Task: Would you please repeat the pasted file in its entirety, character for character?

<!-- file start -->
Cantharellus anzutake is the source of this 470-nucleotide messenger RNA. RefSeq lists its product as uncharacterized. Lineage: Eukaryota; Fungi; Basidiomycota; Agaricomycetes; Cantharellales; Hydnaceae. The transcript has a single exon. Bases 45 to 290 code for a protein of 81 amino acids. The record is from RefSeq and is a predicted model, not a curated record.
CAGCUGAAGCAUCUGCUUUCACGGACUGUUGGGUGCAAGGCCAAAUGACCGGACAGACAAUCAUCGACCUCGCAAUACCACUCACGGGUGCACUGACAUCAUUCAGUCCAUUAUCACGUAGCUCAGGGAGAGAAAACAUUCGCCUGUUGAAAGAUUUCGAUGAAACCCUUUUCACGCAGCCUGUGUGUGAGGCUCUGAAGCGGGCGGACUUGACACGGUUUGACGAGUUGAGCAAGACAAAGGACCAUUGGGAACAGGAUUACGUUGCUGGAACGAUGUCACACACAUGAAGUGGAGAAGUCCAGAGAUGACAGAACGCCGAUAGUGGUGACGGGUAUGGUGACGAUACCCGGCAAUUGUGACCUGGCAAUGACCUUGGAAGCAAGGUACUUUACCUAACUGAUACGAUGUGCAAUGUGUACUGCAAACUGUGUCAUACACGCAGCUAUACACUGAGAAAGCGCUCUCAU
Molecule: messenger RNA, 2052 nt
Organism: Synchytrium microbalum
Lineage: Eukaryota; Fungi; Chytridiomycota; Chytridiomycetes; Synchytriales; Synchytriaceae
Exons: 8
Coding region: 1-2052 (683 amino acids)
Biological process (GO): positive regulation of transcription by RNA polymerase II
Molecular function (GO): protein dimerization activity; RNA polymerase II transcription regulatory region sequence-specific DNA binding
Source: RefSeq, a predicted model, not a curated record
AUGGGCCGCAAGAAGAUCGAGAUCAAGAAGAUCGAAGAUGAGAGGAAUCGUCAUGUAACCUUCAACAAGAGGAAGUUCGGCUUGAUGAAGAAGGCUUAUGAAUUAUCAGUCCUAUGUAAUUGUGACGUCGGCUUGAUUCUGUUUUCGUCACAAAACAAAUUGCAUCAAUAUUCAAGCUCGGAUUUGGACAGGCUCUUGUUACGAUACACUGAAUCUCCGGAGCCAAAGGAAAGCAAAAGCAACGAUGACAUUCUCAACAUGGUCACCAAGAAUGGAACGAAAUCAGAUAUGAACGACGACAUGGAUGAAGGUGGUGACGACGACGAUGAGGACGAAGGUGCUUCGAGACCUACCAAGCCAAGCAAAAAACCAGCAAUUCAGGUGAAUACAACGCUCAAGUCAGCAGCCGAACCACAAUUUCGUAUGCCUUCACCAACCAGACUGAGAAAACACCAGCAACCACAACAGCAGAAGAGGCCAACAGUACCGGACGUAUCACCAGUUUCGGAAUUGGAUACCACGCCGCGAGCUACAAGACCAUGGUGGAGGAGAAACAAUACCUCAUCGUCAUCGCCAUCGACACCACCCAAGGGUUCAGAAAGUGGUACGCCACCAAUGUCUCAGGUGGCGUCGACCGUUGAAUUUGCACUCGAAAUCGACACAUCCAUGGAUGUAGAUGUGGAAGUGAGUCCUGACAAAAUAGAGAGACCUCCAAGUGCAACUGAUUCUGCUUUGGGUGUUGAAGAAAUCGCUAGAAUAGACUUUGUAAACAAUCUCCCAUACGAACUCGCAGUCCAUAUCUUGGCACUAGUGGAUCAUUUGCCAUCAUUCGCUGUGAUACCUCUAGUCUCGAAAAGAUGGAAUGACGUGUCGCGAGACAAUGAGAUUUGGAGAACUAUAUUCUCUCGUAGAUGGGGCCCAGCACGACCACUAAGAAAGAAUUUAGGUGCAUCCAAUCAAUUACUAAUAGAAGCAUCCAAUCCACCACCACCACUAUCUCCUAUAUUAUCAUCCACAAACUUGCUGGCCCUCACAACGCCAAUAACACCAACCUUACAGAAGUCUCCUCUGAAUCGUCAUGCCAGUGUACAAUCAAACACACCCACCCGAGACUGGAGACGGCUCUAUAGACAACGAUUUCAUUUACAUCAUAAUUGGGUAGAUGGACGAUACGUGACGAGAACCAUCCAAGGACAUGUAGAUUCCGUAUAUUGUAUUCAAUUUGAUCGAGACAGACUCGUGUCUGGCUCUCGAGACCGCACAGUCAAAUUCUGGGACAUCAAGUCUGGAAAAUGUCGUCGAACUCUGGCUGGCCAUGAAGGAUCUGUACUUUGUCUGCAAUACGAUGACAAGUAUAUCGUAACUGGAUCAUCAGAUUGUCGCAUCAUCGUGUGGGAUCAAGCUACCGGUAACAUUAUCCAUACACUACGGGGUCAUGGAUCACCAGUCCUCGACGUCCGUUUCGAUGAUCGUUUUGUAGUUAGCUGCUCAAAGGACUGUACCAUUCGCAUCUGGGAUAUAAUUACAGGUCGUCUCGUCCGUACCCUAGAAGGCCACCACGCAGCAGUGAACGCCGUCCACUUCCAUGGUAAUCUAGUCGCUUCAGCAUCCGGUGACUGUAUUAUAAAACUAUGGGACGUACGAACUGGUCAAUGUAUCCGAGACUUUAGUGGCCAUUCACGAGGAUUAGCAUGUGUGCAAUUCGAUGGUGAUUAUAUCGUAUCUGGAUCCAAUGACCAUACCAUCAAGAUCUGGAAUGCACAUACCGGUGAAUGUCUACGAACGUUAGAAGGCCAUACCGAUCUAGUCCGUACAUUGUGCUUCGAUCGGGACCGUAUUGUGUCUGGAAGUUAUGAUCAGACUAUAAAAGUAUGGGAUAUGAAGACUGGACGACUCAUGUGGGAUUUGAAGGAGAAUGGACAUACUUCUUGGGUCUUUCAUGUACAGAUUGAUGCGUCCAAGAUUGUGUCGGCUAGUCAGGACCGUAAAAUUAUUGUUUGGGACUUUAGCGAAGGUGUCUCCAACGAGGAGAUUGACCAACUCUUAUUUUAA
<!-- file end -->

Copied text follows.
Cantharellus anzutake is the source of this 470-nucleotide messenger RNA. RefSeq lists its product as uncharacterized. Lineage: Eukaryota; Fungi; Basidiomycota; Agaricomycetes; Cantharellales; Hydnaceae. The transcript has a single exon. Bases 45 to 290 code for a protein of 81 amino acids. The record is from RefSeq and is a predicted model, not a curated record.
CAGCUGAAGCAUCUGCUUUCACGGACUGUUGGGUGCAAGGCCAAAUGACCGGACAGACAAUCAUCGACCUCGCAAUACCACUCACGGGUGCACUGACAUCAUUCAGUCCAUUAUCACGUAGCUCAGGGAGAGAAAACAUUCGCCUGUUGAAAGAUUUCGAUGAAACCCUUUUCACGCAGCCUGUGUGUGAGGCUCUGAAGCGGGCGGACUUGACACGGUUUGACGAGUUGAGCAAGACAAAGGACCAUUGGGAACAGGAUUACGUUGCUGGAACGAUGUCACACACAUGAAGUGGAGAAGUCCAGAGAUGACAGAACGCCGAUAGUGGUGACGGGUAUGGUGACGAUACCCGGCAAUUGUGACCUGGCAAUGACCUUGGAAGCAAGGUACUUUACCUAACUGAUACGAUGUGCAAUGUGUACUGCAAACUGUGUCAUACACGCAGCUAUACACUGAGAAAGCGCUCUCAU
Molecule: messenger RNA, 2052 nt
Organism: Synchytrium microbalum
Lineage: Eukaryota; Fungi; Chytridiomycota; Chytridiomycetes; Synchytriales; Synchytriaceae
Exons: 8
Coding region: 1-2052 (683 amino acids)
Biological process (GO): positive regulation of transcription by RNA polymerase II
Molecular function (GO): protein dimerization activity; RNA polymerase II transcription regulatory region sequence-specific DNA binding
Source: RefSeq, a predicted model, not a curated record
AUGGGCCGCAAGAAGAUCGAGAUCAAGAAGAUCGAAGAUGAGAGGAAUCGUCAUGUAACCUUCAACAAGAGGAAGUUCGGCUUGAUGAAGAAGGCUUAUGAAUUAUCAGUCCUAUGUAAUUGUGACGUCGGCUUGAUUCUGUUUUCGUCACAAAACAAAUUGCAUCAAUAUUCAAGCUCGGAUUUGGACAGGCUCUUGUUACGAUACACUGAAUCUCCGGAGCCAAAGGAAAGCAAAAGCAACGAUGACAUUCUCAACAUGGUCACCAAGAAUGGAACGAAAUCAGAUAUGAACGACGACAUGGAUGAAGGUGGUGACGACGACGAUGAGGACGAAGGUGCUUCGAGACCUACCAAGCCAAGCAAAAAACCAGCAAUUCAGGUGAAUACAACGCUCAAGUCAGCAGCCGAACCACAAUUUCGUAUGCCUUCACCAACCAGACUGAGAAAACACCAGCAACCACAACAGCAGAAGAGGCCAACAGUACCGGACGUAUCACCAGUUUCGGAAUUGGAUACCACGCCGCGAGCUACAAGACCAUGGUGGAGGAGAAACAAUACCUCAUCGUCAUCGCCAUCGACACCACCCAAGGGUUCAGAAAGUGGUACGCCACCAAUGUCUCAGGUGGCGUCGACCGUUGAAUUUGCACUCGAAAUCGACACAUCCAUGGAUGUAGAUGUGGAAGUGAGUCCUGACAAAAUAGAGAGACCUCCAAGUGCAACUGAUUCUGCUUUGGGUGUUGAAGAAAUCGCUAGAAUAGACUUUGUAAACAAUCUCCCAUACGAACUCGCAGUCCAUAUCUUGGCACUAGUGGAUCAUUUGCCAUCAUUCGCUGUGAUACCUCUAGUCUCGAAAAGAUGGAAUGACGUGUCGCGAGACAAUGAGAUUUGGAGAACUAUAUUCUCUCGUAGAUGGGGCCCAGCACGACCACUAAGAAAGAAUUUAGGUGCAUCCAAUCAAUUACUAAUAGAAGCAUCCAAUCCACCACCACCACUAUCUCCUAUAUUAUCAUCCACAAACUUGCUGGCCCUCACAACGCCAAUAACACCAACCUUACAGAAGUCUCCUCUGAAUCGUCAUGCCAGUGUACAAUCAAACACACCCACCCGAGACUGGAGACGGCUCUAUAGACAACGAUUUCAUUUACAUCAUAAUUGGGUAGAUGGACGAUACGUGACGAGAACCAUCCAAGGACAUGUAGAUUCCGUAUAUUGUAUUCAAUUUGAUCGAGACAGACUCGUGUCUGGCUCUCGAGACCGCACAGUCAAAUUCUGGGACAUCAAGUCUGGAAAAUGUCGUCGAACUCUGGCUGGCCAUGAAGGAUCUGUACUUUGUCUGCAAUACGAUGACAAGUAUAUCGUAACUGGAUCAUCAGAUUGUCGCAUCAUCGUGUGGGAUCAAGCUACCGGUAACAUUAUCCAUACACUACGGGGUCAUGGAUCACCAGUCCUCGACGUCCGUUUCGAUGAUCGUUUUGUAGUUAGCUGCUCAAAGGACUGUACCAUUCGCAUCUGGGAUAUAAUUACAGGUCGUCUCGUCCGUACCCUAGAAGGCCACCACGCAGCAGUGAACGCCGUCCACUUCCAUGGUAAUCUAGUCGCUUCAGCAUCCGGUGACUGUAUUAUAAAACUAUGGGACGUACGAACUGGUCAAUGUAUCCGAGACUUUAGUGGCCAUUCACGAGGAUUAGCAUGUGUGCAAUUCGAUGGUGAUUAUAUCGUAUCUGGAUCCAAUGACCAUACCAUCAAGAUCUGGAAUGCACAUACCGGUGAAUGUCUACGAACGUUAGAAGGCCAUACCGAUCUAGUCCGUACAUUGUGCUUCGAUCGGGACCGUAUUGUGUCUGGAAGUUAUGAUCAGACUAUAAAAGUAUGGGAUAUGAAGACUGGACGACUCAUGUGGGAUUUGAAGGAGAAUGGACAUACUUCUUGGGUCUUUCAUGUACAGAUUGAUGCGUCCAAGAUUGUGUCGGCUAGUCAGGACCGUAAAAUUAUUGUUUGGGACUUUAGCGAAGGUGUCUCCAACGAGGAGAUUGACCAACUCUUAUUUUAA